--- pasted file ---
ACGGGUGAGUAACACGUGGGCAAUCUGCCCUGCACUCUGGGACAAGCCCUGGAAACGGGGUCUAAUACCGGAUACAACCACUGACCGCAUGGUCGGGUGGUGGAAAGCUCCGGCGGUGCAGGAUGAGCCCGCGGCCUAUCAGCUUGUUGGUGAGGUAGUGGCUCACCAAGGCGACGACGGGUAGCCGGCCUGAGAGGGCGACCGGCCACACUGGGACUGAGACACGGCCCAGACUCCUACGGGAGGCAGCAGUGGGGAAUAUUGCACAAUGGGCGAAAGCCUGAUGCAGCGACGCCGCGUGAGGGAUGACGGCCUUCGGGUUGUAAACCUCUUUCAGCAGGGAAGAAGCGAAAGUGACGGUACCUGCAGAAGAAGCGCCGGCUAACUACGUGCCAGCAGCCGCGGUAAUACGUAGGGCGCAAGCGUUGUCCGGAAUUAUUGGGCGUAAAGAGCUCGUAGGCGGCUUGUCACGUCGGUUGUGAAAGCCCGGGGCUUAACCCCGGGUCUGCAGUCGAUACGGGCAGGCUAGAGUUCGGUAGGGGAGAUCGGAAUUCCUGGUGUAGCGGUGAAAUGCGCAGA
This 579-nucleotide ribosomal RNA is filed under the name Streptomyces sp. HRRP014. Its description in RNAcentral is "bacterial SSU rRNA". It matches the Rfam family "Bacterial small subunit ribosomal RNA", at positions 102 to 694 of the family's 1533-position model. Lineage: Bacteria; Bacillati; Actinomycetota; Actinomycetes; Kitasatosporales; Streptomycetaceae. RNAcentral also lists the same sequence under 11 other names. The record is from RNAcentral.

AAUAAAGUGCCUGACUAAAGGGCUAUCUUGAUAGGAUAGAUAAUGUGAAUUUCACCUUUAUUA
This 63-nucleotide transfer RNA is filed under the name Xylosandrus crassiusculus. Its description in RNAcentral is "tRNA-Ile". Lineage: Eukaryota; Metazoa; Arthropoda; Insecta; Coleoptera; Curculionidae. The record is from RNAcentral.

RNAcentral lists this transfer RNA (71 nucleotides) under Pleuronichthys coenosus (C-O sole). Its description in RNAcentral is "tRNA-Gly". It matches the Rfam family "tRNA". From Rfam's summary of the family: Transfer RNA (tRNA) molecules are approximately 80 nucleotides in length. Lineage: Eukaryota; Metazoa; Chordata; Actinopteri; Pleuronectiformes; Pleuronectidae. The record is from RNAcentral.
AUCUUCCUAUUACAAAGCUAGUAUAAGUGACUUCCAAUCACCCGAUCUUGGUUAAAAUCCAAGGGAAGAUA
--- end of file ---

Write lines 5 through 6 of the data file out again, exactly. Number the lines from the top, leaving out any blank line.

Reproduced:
RNAcentral lists this transfer RNA (71 nucleotides) under Pleuronichthys coenosus (C-O sole). Its description in RNAcentral is "tRNA-Gly". It matches the Rfam family "tRNA". From Rfam's summary of the family: Transfer RNA (tRNA) molecules are approximately 80 nucleotides in length. Lineage: Eukaryota; Metazoa; Chordata; Actinopteri; Pleuronectiformes; Pleuronectidae. The record is from RNAcentral.
AUCUUCCUAUUACAAAGCUAGUAUAAGUGACUUCCAAUCACCCGAUCUUGGUUAAAAUCCAAGGGAAGAUA